Running Home by Lizzie Steel is not only one of the best self-published books I have ever read, it is also one of the best fiction books I have read in recent years; it has the quality of a traditionally-published book, and hopefully one day we will see it on bookstore shelves. The book’s varied plot elements are seamlessly tied together to make one complete and nuanced whole, a rarity in self-published literature. Running Home is a historical romance set in British colonial India, and tells the tale of forbidden love between an English Lady, Clara, and an Indian plantation owner, Sachin. Steel expertly deals with serious subjects—to include physical and sexual abuse as well as racism and bigotry—while crafting a compelling, heart-warming love story between two good-hearted characters.
Clara and Sachin, as well as Clara’s father, Lord Reynolds, share a kindness and a wisdom that is edifying for all. Their self-reflections and corresponding actions throughout the book elevate what could be a mere love story to a treatise on kindness, fairness, and social justice. After meeting Sachin and witnessing his care for others, Clara reflects, “I realised that I was in that privileged position, too. That simple revelation was empowering but daunting – what was I doing to help anyone?” The reader sees Clara’s natural instinct to do good grow into self-assured assistance to others and defense of her beliefs, especially to her bigoted mother. In Lord Reynolds, we see an example of a man who sees beyond social convention, and transmits that openness to his only child. His love for Clara surpasses all else, and his reflections on parenting really stuck with me: “You know, when you are a parents, it seems like every action you take and every decision you make moulds your child. Then one day they are grown up, and you realise it was their personality all along.”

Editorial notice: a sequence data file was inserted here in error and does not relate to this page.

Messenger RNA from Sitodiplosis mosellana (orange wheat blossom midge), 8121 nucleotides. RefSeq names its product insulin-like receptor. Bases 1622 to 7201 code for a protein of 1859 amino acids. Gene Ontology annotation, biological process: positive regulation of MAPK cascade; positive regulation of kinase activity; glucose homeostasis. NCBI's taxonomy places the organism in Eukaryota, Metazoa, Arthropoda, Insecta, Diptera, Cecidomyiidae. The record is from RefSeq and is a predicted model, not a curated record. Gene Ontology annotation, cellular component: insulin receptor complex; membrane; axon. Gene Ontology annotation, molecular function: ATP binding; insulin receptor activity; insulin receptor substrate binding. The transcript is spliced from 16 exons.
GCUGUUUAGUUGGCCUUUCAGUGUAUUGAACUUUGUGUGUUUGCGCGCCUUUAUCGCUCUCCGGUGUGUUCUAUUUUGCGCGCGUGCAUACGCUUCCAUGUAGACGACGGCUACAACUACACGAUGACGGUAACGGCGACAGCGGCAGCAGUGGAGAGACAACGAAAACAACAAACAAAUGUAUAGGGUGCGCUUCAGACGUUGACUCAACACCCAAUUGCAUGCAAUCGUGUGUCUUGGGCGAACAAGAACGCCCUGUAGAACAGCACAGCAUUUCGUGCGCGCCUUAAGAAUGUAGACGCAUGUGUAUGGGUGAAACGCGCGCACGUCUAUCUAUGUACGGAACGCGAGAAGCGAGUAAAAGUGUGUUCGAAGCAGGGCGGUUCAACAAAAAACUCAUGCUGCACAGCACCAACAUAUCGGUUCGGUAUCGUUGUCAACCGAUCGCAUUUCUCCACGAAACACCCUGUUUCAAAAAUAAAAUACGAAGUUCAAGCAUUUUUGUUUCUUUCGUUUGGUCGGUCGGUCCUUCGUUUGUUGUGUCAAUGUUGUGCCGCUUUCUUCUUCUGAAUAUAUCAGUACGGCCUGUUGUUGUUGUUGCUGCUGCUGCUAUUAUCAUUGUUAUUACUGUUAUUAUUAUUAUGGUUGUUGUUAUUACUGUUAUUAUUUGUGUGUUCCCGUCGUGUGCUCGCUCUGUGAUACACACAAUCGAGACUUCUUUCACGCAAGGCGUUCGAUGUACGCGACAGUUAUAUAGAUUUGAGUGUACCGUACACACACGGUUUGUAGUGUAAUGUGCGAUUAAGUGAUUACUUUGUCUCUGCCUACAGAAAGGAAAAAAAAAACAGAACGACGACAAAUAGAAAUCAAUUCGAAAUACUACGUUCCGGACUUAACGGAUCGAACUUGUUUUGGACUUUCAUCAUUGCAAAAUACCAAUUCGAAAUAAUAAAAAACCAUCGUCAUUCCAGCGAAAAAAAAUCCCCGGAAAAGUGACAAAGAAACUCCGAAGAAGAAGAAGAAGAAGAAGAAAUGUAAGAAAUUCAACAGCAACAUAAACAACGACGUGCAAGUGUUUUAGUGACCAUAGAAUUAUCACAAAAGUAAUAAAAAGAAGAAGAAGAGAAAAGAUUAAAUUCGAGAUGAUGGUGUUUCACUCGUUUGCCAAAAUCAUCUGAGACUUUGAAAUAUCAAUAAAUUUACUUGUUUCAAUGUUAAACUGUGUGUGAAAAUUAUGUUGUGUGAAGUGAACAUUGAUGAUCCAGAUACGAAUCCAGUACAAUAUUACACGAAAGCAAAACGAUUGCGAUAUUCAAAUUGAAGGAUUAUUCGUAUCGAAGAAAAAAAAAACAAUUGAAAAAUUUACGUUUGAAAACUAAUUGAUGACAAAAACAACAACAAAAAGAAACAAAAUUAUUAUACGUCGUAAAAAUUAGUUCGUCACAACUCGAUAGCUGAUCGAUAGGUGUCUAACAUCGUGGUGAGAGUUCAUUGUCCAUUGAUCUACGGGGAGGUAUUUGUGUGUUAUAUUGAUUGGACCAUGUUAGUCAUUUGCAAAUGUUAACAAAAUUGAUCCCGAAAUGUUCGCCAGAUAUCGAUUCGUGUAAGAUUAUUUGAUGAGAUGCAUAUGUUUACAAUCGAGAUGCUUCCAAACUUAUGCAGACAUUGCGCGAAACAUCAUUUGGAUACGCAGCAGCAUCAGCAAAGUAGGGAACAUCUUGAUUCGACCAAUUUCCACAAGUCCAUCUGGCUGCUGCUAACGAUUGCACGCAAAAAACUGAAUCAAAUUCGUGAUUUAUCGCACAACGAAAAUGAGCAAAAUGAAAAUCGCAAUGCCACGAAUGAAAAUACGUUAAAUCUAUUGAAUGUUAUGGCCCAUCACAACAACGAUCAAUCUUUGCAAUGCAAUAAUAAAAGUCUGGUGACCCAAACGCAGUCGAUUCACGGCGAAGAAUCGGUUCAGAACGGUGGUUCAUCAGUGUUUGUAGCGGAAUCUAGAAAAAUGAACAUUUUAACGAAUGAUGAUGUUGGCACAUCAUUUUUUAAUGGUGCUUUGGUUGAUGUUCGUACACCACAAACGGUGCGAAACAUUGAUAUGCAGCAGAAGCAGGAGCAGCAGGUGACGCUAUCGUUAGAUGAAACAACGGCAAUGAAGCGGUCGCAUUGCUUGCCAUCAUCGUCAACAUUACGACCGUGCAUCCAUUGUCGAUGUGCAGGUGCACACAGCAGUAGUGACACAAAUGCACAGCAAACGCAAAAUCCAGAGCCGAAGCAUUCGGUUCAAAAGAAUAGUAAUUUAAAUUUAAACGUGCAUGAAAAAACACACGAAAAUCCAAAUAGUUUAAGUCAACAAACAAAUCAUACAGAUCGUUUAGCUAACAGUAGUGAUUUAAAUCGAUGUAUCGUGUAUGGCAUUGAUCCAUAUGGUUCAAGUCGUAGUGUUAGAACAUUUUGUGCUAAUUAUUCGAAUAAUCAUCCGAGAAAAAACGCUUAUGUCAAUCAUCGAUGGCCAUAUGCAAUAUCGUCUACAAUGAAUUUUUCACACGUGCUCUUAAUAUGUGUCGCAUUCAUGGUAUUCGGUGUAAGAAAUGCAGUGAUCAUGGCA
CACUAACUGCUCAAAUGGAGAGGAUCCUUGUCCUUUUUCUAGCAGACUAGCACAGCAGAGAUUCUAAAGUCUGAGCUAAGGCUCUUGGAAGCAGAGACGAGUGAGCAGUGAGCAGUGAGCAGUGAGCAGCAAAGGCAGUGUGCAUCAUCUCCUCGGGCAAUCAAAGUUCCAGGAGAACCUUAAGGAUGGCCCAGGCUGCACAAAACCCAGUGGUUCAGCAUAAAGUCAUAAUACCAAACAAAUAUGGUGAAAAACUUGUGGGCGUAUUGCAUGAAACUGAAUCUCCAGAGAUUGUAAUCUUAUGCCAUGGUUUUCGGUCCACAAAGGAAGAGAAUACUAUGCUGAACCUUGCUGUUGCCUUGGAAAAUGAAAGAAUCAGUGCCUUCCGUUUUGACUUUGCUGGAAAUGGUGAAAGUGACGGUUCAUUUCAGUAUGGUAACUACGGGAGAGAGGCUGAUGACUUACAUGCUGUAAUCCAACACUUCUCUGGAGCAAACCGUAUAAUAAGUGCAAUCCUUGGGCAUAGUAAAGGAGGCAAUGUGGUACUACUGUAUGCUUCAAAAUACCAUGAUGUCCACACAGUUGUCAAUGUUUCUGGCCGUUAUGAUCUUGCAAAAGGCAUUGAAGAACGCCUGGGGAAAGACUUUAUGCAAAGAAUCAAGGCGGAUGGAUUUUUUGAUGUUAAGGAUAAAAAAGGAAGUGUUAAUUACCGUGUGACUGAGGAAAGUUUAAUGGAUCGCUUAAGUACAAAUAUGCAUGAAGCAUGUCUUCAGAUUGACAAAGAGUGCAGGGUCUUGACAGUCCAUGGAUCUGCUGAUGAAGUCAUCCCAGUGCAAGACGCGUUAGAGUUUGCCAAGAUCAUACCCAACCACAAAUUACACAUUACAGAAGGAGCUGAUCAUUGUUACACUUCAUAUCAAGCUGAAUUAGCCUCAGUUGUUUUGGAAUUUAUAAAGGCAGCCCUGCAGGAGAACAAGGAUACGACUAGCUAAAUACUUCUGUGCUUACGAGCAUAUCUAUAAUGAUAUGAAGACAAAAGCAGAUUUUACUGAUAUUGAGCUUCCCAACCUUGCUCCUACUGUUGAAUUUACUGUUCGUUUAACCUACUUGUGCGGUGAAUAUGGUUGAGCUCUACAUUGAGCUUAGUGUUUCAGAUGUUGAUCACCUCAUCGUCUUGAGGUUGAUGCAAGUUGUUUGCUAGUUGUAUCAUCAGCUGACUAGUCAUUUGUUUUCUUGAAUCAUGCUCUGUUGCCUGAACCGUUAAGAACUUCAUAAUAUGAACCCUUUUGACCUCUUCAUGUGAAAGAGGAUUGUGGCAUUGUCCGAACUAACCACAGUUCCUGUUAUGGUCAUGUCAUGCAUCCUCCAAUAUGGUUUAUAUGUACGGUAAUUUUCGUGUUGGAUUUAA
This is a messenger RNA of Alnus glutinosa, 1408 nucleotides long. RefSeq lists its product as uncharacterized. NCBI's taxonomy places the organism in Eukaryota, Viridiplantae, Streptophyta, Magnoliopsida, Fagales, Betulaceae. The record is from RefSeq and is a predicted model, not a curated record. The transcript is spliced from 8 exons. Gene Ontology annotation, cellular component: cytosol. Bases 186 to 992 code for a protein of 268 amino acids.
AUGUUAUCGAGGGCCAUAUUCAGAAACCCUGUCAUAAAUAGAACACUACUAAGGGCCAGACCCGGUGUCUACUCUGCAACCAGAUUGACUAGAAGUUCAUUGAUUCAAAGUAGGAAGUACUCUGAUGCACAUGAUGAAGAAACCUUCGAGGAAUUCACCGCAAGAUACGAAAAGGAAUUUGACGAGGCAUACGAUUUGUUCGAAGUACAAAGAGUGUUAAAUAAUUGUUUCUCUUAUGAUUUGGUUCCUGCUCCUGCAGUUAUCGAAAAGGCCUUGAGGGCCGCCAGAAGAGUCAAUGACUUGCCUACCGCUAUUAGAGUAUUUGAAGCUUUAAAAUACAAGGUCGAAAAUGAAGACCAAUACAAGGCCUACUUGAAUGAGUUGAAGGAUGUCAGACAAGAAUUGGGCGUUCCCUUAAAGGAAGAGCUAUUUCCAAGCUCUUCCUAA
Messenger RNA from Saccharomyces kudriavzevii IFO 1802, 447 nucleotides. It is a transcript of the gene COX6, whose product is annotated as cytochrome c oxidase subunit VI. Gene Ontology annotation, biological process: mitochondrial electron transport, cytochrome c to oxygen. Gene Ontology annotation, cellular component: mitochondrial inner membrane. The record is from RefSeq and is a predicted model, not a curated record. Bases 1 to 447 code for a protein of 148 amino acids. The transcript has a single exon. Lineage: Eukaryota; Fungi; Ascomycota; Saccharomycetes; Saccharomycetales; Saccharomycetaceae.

I have tried above to point out some specific example of what makes Running Home worth reading, but the biggest endorsement, I think, is how I just could not stop reading! I was so absorbed in this book that I read it in one day – something that has not happened since I had my first child over four years ago. More compelling, even, is that I was so wrapped up in reading that I failed to notice my two and four year old children unpacking the ornaments and redecorating the Christmas tree… I have no idea how long I stood reading at the kitchen counter, but I can tell you: it was worth every minute of having to repack those Christmas decorations!
Please read Lizzie Steel’s Running Home – you’ll be glad you did!
***Thank you to Lizzie Steel, who provided a free copy of the book in exchange for an honest review.